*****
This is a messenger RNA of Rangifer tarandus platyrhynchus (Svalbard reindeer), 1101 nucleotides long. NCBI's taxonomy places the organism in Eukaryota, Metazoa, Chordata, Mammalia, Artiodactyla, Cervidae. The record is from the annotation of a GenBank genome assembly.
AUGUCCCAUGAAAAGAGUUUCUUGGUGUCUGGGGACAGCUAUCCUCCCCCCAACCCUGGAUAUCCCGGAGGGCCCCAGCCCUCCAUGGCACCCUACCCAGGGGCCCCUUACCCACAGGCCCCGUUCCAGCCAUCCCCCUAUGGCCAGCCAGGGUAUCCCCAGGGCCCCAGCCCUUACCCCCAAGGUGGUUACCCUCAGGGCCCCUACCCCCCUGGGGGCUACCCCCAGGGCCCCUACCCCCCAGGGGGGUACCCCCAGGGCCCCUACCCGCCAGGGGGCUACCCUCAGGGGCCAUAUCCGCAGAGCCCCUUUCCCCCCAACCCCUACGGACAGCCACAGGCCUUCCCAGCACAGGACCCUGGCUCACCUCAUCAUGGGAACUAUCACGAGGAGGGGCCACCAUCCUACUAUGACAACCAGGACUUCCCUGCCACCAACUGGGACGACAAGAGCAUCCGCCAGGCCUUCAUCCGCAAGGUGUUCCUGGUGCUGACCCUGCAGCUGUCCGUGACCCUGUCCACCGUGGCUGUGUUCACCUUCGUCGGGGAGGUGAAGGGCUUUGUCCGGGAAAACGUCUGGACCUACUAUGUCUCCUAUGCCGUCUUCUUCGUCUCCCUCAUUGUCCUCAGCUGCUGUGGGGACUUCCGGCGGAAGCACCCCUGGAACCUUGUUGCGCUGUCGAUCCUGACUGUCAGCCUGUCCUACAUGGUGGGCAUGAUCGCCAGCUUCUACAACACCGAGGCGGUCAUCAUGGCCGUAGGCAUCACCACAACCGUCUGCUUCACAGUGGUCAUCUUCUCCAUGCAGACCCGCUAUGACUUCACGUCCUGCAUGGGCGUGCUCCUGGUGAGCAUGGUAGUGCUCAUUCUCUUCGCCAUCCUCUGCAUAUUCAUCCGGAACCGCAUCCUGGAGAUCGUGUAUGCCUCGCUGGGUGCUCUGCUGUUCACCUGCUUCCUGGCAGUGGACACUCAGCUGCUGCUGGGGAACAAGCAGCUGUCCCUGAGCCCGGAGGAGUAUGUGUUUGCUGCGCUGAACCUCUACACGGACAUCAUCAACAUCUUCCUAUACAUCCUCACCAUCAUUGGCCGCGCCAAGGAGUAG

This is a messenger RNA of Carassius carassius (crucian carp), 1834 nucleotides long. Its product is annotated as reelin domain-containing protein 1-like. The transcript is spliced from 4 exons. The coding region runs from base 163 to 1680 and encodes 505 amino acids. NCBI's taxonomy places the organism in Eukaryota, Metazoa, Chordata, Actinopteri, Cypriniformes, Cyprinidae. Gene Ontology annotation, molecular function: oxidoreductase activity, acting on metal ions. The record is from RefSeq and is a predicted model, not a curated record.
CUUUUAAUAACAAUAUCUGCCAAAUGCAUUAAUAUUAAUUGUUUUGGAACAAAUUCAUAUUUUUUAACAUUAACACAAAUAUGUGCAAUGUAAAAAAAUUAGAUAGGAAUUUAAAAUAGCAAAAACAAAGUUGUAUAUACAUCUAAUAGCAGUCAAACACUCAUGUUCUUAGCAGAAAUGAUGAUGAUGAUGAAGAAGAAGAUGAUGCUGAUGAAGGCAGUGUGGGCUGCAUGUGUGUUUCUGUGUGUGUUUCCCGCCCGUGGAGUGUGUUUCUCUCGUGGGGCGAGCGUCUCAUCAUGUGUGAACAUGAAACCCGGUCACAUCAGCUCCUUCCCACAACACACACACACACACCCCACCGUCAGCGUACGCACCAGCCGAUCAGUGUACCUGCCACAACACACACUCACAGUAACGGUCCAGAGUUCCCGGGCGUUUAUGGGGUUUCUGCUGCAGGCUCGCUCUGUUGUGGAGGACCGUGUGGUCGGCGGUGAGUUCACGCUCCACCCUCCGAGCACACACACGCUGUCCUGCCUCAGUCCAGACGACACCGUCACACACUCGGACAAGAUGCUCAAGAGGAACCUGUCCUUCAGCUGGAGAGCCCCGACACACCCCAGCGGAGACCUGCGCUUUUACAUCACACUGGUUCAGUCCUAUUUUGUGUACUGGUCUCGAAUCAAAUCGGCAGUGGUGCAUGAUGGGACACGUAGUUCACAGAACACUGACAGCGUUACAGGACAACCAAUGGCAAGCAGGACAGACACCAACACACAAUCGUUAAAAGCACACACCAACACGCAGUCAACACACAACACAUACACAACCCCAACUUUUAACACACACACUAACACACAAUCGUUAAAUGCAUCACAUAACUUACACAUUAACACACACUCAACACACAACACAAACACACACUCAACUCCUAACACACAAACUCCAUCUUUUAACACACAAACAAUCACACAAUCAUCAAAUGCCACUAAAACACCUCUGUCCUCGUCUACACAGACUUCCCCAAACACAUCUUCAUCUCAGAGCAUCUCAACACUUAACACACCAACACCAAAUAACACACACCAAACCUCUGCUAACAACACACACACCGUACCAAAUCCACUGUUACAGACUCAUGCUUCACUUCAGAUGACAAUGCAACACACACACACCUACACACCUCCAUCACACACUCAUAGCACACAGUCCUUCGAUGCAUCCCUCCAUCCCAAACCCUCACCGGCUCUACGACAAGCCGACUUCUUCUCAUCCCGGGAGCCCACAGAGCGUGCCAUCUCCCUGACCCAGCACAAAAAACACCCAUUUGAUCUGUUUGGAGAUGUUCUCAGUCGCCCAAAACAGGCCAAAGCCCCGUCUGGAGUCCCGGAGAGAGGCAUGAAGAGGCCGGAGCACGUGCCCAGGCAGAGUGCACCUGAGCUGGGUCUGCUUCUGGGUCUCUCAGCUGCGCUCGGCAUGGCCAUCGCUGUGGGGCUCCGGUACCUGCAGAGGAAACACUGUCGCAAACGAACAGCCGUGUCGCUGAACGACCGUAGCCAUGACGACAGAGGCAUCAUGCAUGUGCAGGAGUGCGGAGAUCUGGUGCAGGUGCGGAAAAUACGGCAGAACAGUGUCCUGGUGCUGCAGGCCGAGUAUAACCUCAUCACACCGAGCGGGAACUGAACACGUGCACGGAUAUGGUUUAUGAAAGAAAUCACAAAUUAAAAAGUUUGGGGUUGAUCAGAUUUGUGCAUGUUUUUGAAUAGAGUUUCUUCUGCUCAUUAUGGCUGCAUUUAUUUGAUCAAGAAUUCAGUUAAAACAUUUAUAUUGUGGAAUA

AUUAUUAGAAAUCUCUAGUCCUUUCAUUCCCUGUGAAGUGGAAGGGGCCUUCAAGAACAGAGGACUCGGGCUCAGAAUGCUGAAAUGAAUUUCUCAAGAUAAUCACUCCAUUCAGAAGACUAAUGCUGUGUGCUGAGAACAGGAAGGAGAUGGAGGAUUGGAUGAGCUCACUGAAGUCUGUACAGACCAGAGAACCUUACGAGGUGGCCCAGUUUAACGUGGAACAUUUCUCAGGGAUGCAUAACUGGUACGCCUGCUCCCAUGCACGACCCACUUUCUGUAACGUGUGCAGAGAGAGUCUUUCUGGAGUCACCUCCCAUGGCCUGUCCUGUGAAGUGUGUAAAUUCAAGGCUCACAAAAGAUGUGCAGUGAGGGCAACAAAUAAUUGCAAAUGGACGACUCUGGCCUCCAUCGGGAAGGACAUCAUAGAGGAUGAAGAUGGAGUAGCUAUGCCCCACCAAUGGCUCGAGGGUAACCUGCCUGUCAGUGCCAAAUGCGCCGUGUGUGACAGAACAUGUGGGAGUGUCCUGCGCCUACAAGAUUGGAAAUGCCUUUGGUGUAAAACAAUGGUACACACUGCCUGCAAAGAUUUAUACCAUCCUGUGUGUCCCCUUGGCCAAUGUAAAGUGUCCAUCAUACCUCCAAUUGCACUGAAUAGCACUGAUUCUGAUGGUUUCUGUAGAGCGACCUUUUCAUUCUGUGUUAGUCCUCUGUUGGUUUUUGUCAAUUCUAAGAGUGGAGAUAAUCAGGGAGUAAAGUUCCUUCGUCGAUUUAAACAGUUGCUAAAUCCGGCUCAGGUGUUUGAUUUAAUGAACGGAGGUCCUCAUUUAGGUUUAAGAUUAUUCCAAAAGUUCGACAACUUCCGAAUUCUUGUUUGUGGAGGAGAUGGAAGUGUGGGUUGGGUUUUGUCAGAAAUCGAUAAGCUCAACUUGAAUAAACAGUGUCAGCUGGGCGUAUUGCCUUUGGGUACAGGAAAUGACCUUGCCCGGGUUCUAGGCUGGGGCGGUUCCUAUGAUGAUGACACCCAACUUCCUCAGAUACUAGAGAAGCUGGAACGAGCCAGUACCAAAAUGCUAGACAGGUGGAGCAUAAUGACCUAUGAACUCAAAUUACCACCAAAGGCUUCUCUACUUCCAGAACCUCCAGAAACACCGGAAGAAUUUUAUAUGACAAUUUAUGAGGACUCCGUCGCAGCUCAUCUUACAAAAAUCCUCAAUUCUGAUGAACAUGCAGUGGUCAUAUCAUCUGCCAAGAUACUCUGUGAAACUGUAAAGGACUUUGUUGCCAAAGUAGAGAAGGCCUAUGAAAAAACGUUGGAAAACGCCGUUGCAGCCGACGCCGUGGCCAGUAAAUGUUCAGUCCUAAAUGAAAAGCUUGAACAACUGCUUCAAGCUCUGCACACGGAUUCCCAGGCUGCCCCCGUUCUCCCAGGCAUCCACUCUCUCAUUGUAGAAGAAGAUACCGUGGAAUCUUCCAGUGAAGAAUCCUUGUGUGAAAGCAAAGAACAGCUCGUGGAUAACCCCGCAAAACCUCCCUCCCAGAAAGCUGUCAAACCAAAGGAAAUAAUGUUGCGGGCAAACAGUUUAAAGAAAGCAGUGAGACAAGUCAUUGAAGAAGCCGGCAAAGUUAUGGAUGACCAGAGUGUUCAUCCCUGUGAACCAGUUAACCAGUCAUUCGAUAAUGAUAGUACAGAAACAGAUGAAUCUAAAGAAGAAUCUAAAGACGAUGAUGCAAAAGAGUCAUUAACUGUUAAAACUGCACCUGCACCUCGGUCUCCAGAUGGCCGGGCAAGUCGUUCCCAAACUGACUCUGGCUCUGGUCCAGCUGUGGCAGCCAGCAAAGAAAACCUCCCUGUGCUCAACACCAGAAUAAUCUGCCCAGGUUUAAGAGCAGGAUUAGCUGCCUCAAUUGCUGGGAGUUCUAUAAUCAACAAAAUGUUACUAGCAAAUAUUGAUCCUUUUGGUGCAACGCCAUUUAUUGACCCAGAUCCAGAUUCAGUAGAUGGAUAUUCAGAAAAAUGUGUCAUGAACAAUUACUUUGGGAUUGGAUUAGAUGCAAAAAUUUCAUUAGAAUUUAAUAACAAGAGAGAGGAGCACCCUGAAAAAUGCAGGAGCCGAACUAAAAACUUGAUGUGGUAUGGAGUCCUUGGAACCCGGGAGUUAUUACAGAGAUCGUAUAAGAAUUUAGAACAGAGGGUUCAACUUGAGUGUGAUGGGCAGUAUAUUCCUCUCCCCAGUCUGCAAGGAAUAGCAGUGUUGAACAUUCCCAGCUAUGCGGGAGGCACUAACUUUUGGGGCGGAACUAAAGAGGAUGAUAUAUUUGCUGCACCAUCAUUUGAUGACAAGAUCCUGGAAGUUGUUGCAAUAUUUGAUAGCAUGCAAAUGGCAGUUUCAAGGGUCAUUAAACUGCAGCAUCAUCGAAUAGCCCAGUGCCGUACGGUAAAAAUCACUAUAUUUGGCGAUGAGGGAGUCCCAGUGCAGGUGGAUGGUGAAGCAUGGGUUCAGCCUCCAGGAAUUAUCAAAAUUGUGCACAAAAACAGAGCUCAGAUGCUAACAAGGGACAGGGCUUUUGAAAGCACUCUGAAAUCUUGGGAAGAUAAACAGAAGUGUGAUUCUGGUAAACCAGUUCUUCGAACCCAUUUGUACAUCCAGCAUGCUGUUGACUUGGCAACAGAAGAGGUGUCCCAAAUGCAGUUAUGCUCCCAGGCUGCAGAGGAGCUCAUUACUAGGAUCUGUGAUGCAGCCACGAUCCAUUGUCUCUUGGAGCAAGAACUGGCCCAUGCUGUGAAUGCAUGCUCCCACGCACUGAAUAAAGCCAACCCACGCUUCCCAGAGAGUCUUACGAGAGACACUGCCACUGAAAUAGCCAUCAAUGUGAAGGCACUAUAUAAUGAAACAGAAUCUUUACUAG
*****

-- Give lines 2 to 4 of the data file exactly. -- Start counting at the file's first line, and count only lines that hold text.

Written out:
AUGUCCCAUGAAAAGAGUUUCUUGGUGUCUGGGGACAGCUAUCCUCCCCCCAACCCUGGAUAUCCCGGAGGGCCCCAGCCCUCCAUGGCACCCUACCCAGGGGCCCCUUACCCACAGGCCCCGUUCCAGCCAUCCCCCUAUGGCCAGCCAGGGUAUCCCCAGGGCCCCAGCCCUUACCCCCAAGGUGGUUACCCUCAGGGCCCCUACCCCCCUGGGGGCUACCCCCAGGGCCCCUACCCCCCAGGGGGGUACCCCCAGGGCCCCUACCCGCCAGGGGGCUACCCUCAGGGGCCAUAUCCGCAGAGCCCCUUUCCCCCCAACCCCUACGGACAGCCACAGGCCUUCCCAGCACAGGACCCUGGCUCACCUCAUCAUGGGAACUAUCACGAGGAGGGGCCACCAUCCUACUAUGACAACCAGGACUUCCCUGCCACCAACUGGGACGACAAGAGCAUCCGCCAGGCCUUCAUCCGCAAGGUGUUCCUGGUGCUGACCCUGCAGCUGUCCGUGACCCUGUCCACCGUGGCUGUGUUCACCUUCGUCGGGGAGGUGAAGGGCUUUGUCCGGGAAAACGUCUGGACCUACUAUGUCUCCUAUGCCGUCUUCUUCGUCUCCCUCAUUGUCCUCAGCUGCUGUGGGGACUUCCGGCGGAAGCACCCCUGGAACCUUGUUGCGCUGUCGAUCCUGACUGUCAGCCUGUCCUACAUGGUGGGCAUGAUCGCCAGCUUCUACAACACCGAGGCGGUCAUCAUGGCCGUAGGCAUCACCACAACCGUCUGCUUCACAGUGGUCAUCUUCUCCAUGCAGACCCGCUAUGACUUCACGUCCUGCAUGGGCGUGCUCCUGGUGAGCAUGGUAGUGCUCAUUCUCUUCGCCAUCCUCUGCAUAUUCAUCCGGAACCGCAUCCUGGAGAUCGUGUAUGCCUCGCUGGGUGCUCUGCUGUUCACCUGCUUCCUGGCAGUGGACACUCAGCUGCUGCUGGGGAACAAGCAGCUGUCCCUGAGCCCGGAGGAGUAUGUGUUUGCUGCGCUGAACCUCUACACGGACAUCAUCAACAUCUUCCUAUACAUCCUCACCAUCAUUGGCCGCGCCAAGGAGUAG

This is a messenger RNA of Carassius carassius (crucian carp), 1834 nucleotides long. Its product is annotated as reelin domain-containing protein 1-like. The transcript is spliced from 4 exons. The coding region runs from base 163 to 1680 and encodes 505 amino acids. NCBI's taxonomy places the organism in Eukaryota, Metazoa, Chordata, Actinopteri, Cypriniformes, Cyprinidae. Gene Ontology annotation, molecular function: oxidoreductase activity, acting on metal ions. The record is from RefSeq and is a predicted model, not a curated record.
CUUUUAAUAACAAUAUCUGCCAAAUGCAUUAAUAUUAAUUGUUUUGGAACAAAUUCAUAUUUUUUAACAUUAACACAAAUAUGUGCAAUGUAAAAAAAUUAGAUAGGAAUUUAAAAUAGCAAAAACAAAGUUGUAUAUACAUCUAAUAGCAGUCAAACACUCAUGUUCUUAGCAGAAAUGAUGAUGAUGAUGAAGAAGAAGAUGAUGCUGAUGAAGGCAGUGUGGGCUGCAUGUGUGUUUCUGUGUGUGUUUCCCGCCCGUGGAGUGUGUUUCUCUCGUGGGGCGAGCGUCUCAUCAUGUGUGAACAUGAAACCCGGUCACAUCAGCUCCUUCCCACAACACACACACACACACCCCACCGUCAGCGUACGCACCAGCCGAUCAGUGUACCUGCCACAACACACACUCACAGUAACGGUCCAGAGUUCCCGGGCGUUUAUGGGGUUUCUGCUGCAGGCUCGCUCUGUUGUGGAGGACCGUGUGGUCGGCGGUGAGUUCACGCUCCACCCUCCGAGCACACACACGCUGUCCUGCCUCAGUCCAGACGACACCGUCACACACUCGGACAAGAUGCUCAAGAGGAACCUGUCCUUCAGCUGGAGAGCCCCGACACACCCCAGCGGAGACCUGCGCUUUUACAUCACACUGGUUCAGUCCUAUUUUGUGUACUGGUCUCGAAUCAAAUCGGCAGUGGUGCAUGAUGGGACACGUAGUUCACAGAACACUGACAGCGUUACAGGACAACCAAUGGCAAGCAGGACAGACACCAACACACAAUCGUUAAAAGCACACACCAACACGCAGUCAACACACAACACAUACACAACCCCAACUUUUAACACACACACUAACACACAAUCGUUAAAUGCAUCACAUAACUUACACAUUAACACACACUCAACACACAACACAAACACACACUCAACUCCUAACACACAAACUCCAUCUUUUAACACACAAACAAUCACACAAUCAUCAAAUGCCACUAAAACACCUCUGUCCUCGUCUACACAGACUUCCCCAAACACAUCUUCAUCUCAGAGCAUCUCAACACUUAACACACCAACACCAAAUAACACACACCAAACCUCUGCUAACAACACACACACCGUACCAAAUCCACUGUUACAGACUCAUGCUUCACUUCAGAUGACAAUGCAACACACACACACCUACACACCUCCAUCACACACUCAUAGCACACAGUCCUUCGAUGCAUCCCUCCAUCCCAAACCCUCACCGGCUCUACGACAAGCCGACUUCUUCUCAUCCCGGGAGCCCACAGAGCGUGCCAUCUCCCUGACCCAGCACAAAAAACACCCAUUUGAUCUGUUUGGAGAUGUUCUCAGUCGCCCAAAACAGGCCAAAGCCCCGUCUGGAGUCCCGGAGAGAGGCAUGAAGAGGCCGGAGCACGUGCCCAGGCAGAGUGCACCUGAGCUGGGUCUGCUUCUGGGUCUCUCAGCUGCGCUCGGCAUGGCCAUCGCUGUGGGGCUCCGGUACCUGCAGAGGAAACACUGUCGCAAACGAACAGCCGUGUCGCUGAACGACCGUAGCCAUGACGACAGAGGCAUCAUGCAUGUGCAGGAGUGCGGAGAUCUGGUGCAGGUGCGGAAAAUACGGCAGAACAGUGUCCUGGUGCUGCAGGCCGAGUAUAACCUCAUCACACCGAGCGGGAACUGAACACGUGCACGGAUAUGGUUUAUGAAAGAAAUCACAAAUUAAAAAGUUUGGGGUUGAUCAGAUUUGUGCAUGUUUUUGAAUAGAGUUUCUUCUGCUCAUUAUGGCUGCAUUUAUUUGAUCAAGAAUUCAGUUAAAACAUUUAUAUUGUGGAAUA